Master’s alumnus shares counterterrorism lessons with African peers
In mid-October, after working non-stop for days, in the wake of the Las Vegas shooting, master’s degree participant Dori Koren had a tough decision to make: head to Africa on a planned trek to teach counterterrorism courses or stay with his sisters and brothers in blue.
He considers his decision to proceed as a valuable counter-terrorism lesson in and of itself.
“I’m not going to let an evil man like that disrupt my way of life,” Koren said during a recent interview. “I’ve always subscribed to the idea that the best defense against terrorism is resilience. Whether it’s a terrorist incident or a mass shooter, I think it’s important not to let them change our quality of life.”
So Koren, as scheduled, flew to Ghana to work in a State Department Bureau of International Narcotics and Law Enforcement Affairs (INL) educational program teaching counter-terrorism to law enforcement from disparate nations – Mali and Ghana in the western Sahel area of the continent, Nigeria in the central area along with the eastern nation of Ethiopia and the southern country of Botswana. The training took place at a State Department regional training center with about 35 students of ranks and agencies from patrol officers and intelligence agency directors to tribal village chiefs.
While the nation’s security challenges differ from each other and that of their peers in the U.S., there is one constant threat law enforcement professionals often voice: money.
“Whether I teach in Oklahoma or Ghana there is a common thread; they all lack resources and funding,” he noted. “Everybody seems to talk about that first.”
His goal was not teaching what applies in western society but to understand the differences and figure out common principles to preventing violence. The nations face threats from different groups. In West Africa, the group Boko Haram has wreaked havoc while in places like Ethiopia there are concerns about the group al-Shabab in neighboring Somalia. Many African nations are also concerned Islamic State fighters returning home from Syria.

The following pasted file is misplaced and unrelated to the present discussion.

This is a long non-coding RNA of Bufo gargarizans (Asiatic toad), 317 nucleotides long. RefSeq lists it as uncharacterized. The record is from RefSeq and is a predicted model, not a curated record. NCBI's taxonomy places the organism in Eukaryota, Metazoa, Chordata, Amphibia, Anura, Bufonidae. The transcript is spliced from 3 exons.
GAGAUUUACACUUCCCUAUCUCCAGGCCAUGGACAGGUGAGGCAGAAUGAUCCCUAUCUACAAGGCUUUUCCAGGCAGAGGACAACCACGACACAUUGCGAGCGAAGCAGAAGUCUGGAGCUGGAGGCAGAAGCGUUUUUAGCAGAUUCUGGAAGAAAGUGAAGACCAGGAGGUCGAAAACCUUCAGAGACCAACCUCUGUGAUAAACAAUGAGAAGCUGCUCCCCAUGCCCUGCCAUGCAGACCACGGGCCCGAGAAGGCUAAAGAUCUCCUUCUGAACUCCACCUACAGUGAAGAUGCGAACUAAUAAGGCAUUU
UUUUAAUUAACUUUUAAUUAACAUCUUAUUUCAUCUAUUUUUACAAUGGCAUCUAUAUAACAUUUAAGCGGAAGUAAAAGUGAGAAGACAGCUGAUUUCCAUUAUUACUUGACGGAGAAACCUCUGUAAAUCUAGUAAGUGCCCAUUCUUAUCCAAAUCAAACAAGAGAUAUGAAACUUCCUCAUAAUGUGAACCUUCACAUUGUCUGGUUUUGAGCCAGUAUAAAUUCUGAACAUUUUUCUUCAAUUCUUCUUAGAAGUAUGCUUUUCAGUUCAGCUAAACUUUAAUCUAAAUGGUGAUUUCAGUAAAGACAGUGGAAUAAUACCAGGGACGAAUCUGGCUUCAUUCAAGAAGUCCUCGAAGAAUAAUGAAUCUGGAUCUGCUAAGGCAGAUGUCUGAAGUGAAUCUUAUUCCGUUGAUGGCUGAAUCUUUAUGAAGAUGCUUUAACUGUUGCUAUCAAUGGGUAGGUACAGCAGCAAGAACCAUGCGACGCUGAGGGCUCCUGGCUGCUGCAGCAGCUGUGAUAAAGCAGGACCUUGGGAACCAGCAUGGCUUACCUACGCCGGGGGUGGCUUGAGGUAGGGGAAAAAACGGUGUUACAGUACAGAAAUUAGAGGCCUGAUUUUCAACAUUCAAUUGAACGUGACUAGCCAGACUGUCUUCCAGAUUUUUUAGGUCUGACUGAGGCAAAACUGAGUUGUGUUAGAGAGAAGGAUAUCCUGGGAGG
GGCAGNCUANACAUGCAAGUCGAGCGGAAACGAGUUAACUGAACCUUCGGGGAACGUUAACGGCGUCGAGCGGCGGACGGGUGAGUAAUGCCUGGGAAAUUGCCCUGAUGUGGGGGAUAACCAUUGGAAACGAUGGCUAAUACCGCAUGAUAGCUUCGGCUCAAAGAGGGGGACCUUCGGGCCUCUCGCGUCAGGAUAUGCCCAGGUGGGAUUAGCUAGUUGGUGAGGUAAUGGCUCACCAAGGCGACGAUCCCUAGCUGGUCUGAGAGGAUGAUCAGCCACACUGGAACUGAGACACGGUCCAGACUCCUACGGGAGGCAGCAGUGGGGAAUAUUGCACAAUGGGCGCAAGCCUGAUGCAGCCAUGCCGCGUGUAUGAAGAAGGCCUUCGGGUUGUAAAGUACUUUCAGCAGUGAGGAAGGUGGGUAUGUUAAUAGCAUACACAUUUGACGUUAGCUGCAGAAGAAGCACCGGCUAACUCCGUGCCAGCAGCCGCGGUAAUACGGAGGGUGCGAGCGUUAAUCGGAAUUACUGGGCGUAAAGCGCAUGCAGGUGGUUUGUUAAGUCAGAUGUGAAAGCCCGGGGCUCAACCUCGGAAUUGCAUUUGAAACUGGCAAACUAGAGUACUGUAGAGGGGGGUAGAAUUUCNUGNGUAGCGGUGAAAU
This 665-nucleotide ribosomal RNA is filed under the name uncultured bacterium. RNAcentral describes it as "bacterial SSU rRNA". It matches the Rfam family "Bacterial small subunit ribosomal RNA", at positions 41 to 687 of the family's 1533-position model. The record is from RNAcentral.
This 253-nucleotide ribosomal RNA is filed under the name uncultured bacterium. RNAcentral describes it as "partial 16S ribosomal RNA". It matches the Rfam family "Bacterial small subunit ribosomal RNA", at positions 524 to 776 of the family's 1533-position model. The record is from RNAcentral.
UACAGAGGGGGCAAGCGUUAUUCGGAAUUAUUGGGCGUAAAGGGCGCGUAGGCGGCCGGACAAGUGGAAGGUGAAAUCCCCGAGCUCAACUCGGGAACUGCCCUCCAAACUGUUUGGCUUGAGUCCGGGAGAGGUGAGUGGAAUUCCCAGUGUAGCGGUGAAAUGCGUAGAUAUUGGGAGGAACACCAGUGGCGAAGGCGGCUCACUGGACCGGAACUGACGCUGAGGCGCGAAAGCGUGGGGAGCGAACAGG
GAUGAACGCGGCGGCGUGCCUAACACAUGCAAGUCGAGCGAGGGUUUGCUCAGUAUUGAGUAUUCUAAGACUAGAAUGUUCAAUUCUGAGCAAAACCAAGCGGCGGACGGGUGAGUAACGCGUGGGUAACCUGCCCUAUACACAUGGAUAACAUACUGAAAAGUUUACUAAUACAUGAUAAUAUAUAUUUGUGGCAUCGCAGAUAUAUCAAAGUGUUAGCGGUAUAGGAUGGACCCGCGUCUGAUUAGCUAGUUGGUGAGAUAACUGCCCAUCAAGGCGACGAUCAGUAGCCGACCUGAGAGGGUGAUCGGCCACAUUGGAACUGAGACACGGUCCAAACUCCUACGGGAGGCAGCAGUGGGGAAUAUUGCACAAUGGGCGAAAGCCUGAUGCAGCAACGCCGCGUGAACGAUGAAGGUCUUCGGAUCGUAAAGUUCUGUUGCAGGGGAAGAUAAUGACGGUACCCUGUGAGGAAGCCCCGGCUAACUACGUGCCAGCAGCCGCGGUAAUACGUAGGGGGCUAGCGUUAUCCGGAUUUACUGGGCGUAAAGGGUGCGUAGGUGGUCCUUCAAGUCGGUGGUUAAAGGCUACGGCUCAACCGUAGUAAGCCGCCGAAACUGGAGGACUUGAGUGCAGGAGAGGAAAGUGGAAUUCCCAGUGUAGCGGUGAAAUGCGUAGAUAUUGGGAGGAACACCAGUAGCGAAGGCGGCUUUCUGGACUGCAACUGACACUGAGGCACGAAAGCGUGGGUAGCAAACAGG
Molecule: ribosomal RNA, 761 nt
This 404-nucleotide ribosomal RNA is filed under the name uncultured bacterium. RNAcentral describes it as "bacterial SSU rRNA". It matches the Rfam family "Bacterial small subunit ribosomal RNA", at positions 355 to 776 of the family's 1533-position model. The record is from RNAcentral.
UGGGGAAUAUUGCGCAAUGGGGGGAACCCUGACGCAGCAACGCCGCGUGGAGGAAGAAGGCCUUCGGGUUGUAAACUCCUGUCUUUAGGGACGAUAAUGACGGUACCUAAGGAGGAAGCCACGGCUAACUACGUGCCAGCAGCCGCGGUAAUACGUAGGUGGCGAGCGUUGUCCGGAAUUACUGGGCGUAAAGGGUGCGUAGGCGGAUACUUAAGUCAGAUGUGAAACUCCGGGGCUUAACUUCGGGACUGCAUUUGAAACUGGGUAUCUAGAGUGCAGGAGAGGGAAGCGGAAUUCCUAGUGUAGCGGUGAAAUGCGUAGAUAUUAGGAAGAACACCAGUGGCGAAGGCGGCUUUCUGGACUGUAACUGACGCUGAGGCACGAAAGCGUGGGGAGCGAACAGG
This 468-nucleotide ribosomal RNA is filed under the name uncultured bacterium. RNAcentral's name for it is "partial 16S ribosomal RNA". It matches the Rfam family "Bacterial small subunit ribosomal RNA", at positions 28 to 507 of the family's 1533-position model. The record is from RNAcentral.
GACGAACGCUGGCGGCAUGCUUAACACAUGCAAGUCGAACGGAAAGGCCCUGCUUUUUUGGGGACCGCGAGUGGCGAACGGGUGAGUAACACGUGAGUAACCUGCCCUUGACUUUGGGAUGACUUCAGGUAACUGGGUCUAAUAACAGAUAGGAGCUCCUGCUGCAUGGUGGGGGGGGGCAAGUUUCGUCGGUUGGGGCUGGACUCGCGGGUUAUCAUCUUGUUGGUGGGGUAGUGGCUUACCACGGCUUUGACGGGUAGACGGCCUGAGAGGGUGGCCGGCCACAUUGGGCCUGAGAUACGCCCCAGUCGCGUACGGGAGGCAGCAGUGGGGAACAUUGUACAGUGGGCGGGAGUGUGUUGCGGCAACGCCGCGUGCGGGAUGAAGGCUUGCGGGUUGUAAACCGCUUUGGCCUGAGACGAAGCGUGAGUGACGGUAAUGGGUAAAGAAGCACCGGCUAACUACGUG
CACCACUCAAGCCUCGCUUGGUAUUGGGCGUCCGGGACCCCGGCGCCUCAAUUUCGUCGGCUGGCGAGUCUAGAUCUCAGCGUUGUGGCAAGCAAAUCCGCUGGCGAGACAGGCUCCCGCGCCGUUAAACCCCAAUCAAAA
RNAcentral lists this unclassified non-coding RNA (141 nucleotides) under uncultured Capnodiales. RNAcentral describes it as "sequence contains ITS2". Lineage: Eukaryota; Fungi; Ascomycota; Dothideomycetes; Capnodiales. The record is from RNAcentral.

“People often think Africa is one and the same,” Koren said. “The threats and the problem sets are all different. Once you understand those differences, you can provide some common lessons.”
Koren can draw on lessons learned from more than a decade specializing in counterterrorism and intelligence for the Las Vegas Metropolitan Police Department. Currently, he manages the Technical Operations Section which is a component of the Southern Nevada Counter Terrorism Center. He is also working with the Major Cities Police Chiefs Association on a report about virtual intelligence and also traveled to India in 2016 to teach as part of a State Department program.
In addition to his practitioner experience he uses his CHDS education to instruct other homeland security professionals. The Social Identity Theory discussed in the Unconventional Threats to Homeland Security course is helpful for teaching counterterrorism as well has helping him better understand the students in his classroom. Much like CHDS, instructors can learn just as much from students who are experts in their fields.
“The reality is with any foreign deployment, the students are usually the most knowledgeable about the problems they face in their home countries,” Koren said. “As an instructor, you have to recognize this expertise and form an environment for exchanging ideas as opposed to simply lecturing a one-size-fits-all approach. This is why I have always subscribed to the learning environment CHDS delivers, which is more about provoking thought and debate rather than teaching a history lesson.”